Dear friends and readers,

I’ve yet another time away to tell you about. Izzy’s trip to NYC last week, which she appears to have thorougly enjoyed. To know how to vacation is another of those skills gradually acquired. She has shown herself well on her way at last. She traveled to and fro on the comfortable Amtrak train. She has (using the Internet) gotten herself a good hotel room in midtown and for 2 days went by train to the US open in Queens (the borough); she became intensely involved each day, tweeted away with others on the Net, blogged and put pictures up when she got home. She emailed me going and coming (it’s a long trip from mid-town Manhattan), and roundly declared at the second afternoon’s closure (for her, she couldn’t stay until the sky went dark) she had “had a good day.” She ate there all meals both days. One evening she went to see Wicked at the Gershwin theater: she walked up from her hotel (28th Street), treated herself to an expensive Italian meal (at a trattoria) and was just charmed. She was once an avid reader of the Wizard of Oz books. That day she had explored Manhattan on foot, and especially Central Park.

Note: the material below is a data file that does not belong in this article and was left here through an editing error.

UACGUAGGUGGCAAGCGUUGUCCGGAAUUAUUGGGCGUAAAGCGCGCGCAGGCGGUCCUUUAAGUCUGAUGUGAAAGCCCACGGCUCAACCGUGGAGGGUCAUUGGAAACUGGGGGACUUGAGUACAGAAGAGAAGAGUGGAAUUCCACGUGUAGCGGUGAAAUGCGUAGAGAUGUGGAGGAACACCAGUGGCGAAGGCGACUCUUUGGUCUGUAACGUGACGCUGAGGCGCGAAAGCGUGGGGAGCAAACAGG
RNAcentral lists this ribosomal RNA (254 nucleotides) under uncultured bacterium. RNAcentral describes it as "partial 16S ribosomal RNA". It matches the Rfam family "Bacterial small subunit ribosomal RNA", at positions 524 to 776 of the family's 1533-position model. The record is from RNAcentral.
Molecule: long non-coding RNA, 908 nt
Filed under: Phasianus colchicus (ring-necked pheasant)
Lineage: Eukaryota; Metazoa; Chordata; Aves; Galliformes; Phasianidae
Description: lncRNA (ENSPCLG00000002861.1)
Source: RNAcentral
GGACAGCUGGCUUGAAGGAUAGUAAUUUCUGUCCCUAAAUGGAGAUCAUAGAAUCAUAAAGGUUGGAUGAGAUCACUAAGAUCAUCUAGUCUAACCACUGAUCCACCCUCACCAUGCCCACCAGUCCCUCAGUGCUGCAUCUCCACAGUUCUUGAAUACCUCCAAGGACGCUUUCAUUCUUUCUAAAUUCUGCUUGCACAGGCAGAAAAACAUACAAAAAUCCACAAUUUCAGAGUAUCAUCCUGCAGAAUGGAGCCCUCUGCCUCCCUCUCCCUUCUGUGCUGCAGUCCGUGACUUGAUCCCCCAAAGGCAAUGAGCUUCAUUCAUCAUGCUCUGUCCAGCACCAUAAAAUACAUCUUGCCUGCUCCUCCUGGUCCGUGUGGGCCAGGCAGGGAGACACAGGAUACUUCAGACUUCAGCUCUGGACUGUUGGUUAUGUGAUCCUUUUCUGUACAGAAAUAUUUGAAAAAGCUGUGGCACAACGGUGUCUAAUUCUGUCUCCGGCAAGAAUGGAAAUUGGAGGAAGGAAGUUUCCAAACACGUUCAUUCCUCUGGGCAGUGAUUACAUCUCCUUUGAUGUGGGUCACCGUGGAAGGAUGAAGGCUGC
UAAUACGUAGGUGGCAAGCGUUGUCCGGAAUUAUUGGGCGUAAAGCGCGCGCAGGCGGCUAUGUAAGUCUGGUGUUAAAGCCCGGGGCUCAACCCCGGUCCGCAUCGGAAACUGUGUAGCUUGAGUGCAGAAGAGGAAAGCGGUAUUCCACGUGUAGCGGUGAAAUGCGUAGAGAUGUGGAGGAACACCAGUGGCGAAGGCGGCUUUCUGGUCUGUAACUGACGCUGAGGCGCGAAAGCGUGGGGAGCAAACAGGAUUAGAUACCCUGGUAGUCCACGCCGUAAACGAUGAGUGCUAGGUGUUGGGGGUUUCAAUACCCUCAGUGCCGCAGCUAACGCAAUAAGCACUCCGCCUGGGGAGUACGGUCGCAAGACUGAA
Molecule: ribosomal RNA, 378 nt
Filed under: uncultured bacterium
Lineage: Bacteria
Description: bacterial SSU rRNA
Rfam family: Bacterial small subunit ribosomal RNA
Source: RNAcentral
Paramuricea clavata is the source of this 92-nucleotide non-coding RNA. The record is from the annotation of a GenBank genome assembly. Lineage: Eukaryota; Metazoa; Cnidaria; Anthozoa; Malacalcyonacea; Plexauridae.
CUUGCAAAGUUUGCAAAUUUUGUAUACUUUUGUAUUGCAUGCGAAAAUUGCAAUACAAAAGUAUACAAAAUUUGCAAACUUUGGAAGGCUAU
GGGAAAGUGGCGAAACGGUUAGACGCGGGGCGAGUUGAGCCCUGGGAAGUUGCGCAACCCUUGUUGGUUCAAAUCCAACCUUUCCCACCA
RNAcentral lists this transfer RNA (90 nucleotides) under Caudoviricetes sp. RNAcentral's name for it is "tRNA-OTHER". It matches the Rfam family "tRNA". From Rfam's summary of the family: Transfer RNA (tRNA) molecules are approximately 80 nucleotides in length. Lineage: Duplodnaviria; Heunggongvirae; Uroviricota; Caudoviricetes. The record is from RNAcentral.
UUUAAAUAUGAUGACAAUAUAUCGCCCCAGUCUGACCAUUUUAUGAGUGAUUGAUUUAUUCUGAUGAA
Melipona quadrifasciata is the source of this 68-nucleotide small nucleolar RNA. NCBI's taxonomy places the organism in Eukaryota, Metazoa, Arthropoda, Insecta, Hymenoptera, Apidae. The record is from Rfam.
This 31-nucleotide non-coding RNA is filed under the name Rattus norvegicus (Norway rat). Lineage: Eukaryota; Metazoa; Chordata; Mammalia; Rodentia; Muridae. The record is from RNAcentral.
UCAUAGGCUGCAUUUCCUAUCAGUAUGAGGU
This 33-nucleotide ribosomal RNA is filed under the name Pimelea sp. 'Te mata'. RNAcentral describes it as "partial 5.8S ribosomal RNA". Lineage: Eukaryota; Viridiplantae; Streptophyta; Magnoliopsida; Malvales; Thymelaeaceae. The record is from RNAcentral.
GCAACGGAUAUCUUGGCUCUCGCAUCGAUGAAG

Izzy remarks on twitter about this: even the ducks seemed unafraid in that area of Central Park

Early Friday morning she was up and out of the hotel because she bought on-line a ticket to ride an unlimited times a bus tour route going all around Manhattan. She meant to buy one which included an extension to Brooklyn and found she hadn’t nor would anyone cooperate to find her a replacement train ticket. She seems to have found this experience the most fun of all, quite exhilarating. She sat at the top of the bus, and enjoyed listening to two different truly knowledgeable African-American guides. Both had grown up in the area they now were a guide to and seemed to tell a bit of their childhoods (a white guide on a third bus was nowhere as communicative).


Schist: the embedded rock of the landscape, seen in Central Park, foundation for skyscrapers